Is the Indian stand-up comic scene reaching maturity?
Around early 2009, a motley group of 20-somethings had begun to gather on a Tuesday night at Café Goa in a shanty part of Bandra for an ‘open mic’ to test their stand-up comic skills. This stand-up comedy was different from desi shows like Laughter Challenge on TV, because it was mostly in English, hence upper middle-class, and they attempted to engage in personal observations, self- deprecating humour, nervous scatological banter and anecdotes, rather than memorised joke-telling.
The comedy at this bar event, successor to the ‘poetry slam’ night (euphemism for ‘don’t judge my poems’), would be rank amateur stuff—a lot of its affected mannerisms and gags derived from American acts widely available on YouTube. Delhi’s stand-up comics would have made similar beginnings at around the same time at similar venues. What gave Mumbai the immediate edge was the opening of a full-fledged comedy club, The Comedy Store (now Canvas Factory) in Lower Parel, which would fly down acts from abroad, who would mix their routine set with customary jokes on Indian traffic or how Indians bob their head sideways to mean both ‘yes’ and ‘no’ during conversations.
Vir Das by now was pretty much the patron saint on the paid circuit, having cut his teeth at open mic nights while an undergrad student in the US. A lot of the city’s newbies naturally gravitated towards Das, whose own troupe performed sketches at Comedy Store and corporate events.
Everyone at Café Goa, mostly men, gave stand-up a shot in exchange for a free shot at the bar—no doubt with one eye on the women in the hall, who supposedly love guys with a sense of humour (which as a law, I suspect, works more like: she already finds you attractive, therefore she will find you funny, rather than the other way round; but that’s another matter). The audience at Café Goa got to watch people potentially make asses of themselves in public or crack a good one, the ratio roughly being 70:30. The bar would be almost full on a weekday night. I’d make it a point to attend. Nobody cribbed. The venues multiplied across the city with the progress of time.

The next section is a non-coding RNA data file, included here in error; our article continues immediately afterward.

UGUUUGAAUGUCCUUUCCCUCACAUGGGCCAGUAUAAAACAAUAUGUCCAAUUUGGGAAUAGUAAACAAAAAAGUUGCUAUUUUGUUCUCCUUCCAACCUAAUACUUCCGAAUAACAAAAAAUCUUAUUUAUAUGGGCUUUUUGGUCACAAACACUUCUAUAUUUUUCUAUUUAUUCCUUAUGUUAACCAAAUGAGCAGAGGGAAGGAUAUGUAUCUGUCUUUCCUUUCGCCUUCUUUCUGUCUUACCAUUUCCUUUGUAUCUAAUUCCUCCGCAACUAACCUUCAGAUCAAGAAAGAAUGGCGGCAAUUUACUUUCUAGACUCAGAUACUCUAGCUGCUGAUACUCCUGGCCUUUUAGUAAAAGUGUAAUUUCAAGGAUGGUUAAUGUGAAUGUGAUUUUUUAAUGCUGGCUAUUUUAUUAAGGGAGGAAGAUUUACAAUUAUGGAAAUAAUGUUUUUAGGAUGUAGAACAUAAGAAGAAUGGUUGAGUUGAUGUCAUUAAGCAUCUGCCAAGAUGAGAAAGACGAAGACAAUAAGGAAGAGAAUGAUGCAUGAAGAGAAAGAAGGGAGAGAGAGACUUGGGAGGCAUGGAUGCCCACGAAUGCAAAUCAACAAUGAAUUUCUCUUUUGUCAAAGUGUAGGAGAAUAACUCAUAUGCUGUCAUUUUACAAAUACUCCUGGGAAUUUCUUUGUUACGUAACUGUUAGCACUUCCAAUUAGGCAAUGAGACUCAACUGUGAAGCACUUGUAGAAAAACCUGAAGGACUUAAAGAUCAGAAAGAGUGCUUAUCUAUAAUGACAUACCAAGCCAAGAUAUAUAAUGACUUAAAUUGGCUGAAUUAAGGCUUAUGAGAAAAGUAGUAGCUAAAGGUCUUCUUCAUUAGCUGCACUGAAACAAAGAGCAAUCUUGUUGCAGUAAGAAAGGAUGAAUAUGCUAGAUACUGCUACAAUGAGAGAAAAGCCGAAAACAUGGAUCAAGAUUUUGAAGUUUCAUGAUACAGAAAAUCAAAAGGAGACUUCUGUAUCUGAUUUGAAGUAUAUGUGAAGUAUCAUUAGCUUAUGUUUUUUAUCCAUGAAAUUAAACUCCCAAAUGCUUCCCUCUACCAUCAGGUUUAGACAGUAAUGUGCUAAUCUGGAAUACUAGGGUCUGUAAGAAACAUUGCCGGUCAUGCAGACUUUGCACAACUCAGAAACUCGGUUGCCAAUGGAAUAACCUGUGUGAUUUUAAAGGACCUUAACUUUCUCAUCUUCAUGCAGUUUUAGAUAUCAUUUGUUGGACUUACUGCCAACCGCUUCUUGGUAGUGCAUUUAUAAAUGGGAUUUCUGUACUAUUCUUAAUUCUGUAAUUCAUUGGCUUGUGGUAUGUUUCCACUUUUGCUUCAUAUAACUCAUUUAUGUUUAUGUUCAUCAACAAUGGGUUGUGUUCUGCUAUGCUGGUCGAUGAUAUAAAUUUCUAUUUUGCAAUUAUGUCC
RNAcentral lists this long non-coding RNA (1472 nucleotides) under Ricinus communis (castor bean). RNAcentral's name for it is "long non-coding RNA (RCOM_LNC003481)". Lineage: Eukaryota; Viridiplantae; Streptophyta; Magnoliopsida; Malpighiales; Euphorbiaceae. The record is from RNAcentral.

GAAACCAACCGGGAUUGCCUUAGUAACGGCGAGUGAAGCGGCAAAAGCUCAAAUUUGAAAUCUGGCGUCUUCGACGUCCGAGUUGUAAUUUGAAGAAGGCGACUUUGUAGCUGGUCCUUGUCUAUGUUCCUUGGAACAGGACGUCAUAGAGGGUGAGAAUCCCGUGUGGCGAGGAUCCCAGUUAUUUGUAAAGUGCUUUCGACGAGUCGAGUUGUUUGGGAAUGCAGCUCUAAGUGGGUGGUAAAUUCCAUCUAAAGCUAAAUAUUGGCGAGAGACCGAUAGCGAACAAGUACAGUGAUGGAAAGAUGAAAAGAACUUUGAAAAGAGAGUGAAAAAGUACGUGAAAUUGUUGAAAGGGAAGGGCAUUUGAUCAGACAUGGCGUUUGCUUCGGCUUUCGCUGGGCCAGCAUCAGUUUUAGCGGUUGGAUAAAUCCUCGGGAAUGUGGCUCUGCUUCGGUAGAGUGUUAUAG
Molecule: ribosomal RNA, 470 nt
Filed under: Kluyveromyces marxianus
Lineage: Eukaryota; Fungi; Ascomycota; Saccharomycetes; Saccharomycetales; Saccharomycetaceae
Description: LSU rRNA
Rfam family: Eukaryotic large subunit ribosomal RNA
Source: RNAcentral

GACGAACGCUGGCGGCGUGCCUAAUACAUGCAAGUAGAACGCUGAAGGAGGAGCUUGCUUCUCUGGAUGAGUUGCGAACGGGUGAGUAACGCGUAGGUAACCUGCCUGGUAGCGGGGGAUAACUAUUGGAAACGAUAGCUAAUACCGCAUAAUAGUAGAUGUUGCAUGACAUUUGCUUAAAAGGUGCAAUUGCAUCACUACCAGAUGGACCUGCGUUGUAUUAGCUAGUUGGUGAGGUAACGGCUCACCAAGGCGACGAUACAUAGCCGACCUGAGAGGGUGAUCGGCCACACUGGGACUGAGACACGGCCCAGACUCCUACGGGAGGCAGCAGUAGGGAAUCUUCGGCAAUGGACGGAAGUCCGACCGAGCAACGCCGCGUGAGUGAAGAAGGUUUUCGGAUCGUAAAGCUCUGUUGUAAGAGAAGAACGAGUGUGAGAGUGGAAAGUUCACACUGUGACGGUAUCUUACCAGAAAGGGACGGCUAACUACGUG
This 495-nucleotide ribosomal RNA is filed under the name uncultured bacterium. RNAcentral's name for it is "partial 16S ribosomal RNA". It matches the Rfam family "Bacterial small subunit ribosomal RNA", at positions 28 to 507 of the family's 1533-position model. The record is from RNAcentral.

It was towards the end of 2009, while I was editing a popular city daily, that we attempted stand-up comedy as a dedicated cultural beat. We would report gags from various shows and cover stand-up comics as celebrities. This is when I realised some of these resident amateurs had already turned into neighbourhood stars. Twitter anyway allows these writers to attract thousands of followers, matching the footfalls in their mini-auditoriums.
Jaideep Verma’s soon to be released documentary I Am Offended ably captures this metropolitan phenomenon. The film chiefly stars Delhi’s stand-up Sanjay Rajoura and Mumbai’s Varun Grover, who channel their urban frustration into their comic routines. Rajoura’s rage borders on misanthropy. He hates ‘urban tucchas’ (brown trash). The volume of the laughs and eeriness of the silence in a room when the comic is up on stage determine the success of a set. They seem to hold well, equally at ease in English and Hindi, often pushing the boundaries of what’s okay to say in public.The film traces the origins of this visual medium to haasya kavees (an old Indian tradition), Johnny Lever’s mimicry audiotapes in the 80s and the late Marathi humourist Pu La Deshpande, for whose shows people would line up all night at the box-office to score a ticket in the morning.
Raju Shrivastav was probably the first Hindi stand-up star from television. His deeply reverential gigs are often punctuated by, “Thank you, aur ab mein agla item pesh kar raha hoon…” A good way to distinguish this from English stand-up comedies might be to look at its grand-daddy Cyrus Broacha, who is impossible to bump into when he’s not being funny. Broacha’s performance is an extension of his personality rather than a ‘peshkash’. Along with Kunal Vijayakar, he gets away with a lot of political humour in the The Week That Wasn’t on CNN-IBN. Much like religion, Indian comedians on TV and films have kept politics to themselves. English stand-up comics in India haven’t. They are subversive, even refreshingly polemical.
Stand-up comics are still a sub-culture. There are about 35 of ‘em all, talking to rooms full of like-minded folk. Each of them feels it’s a matter of time before they get into trouble. Maybe somebody’s got to be hurtin’. But if these numbers attain a critical mass of hundreds and thousands of stand-up comics (like in the West), we could finally save this hypersensitive, hypocritical nation of serious men from the tyranny of political correctness.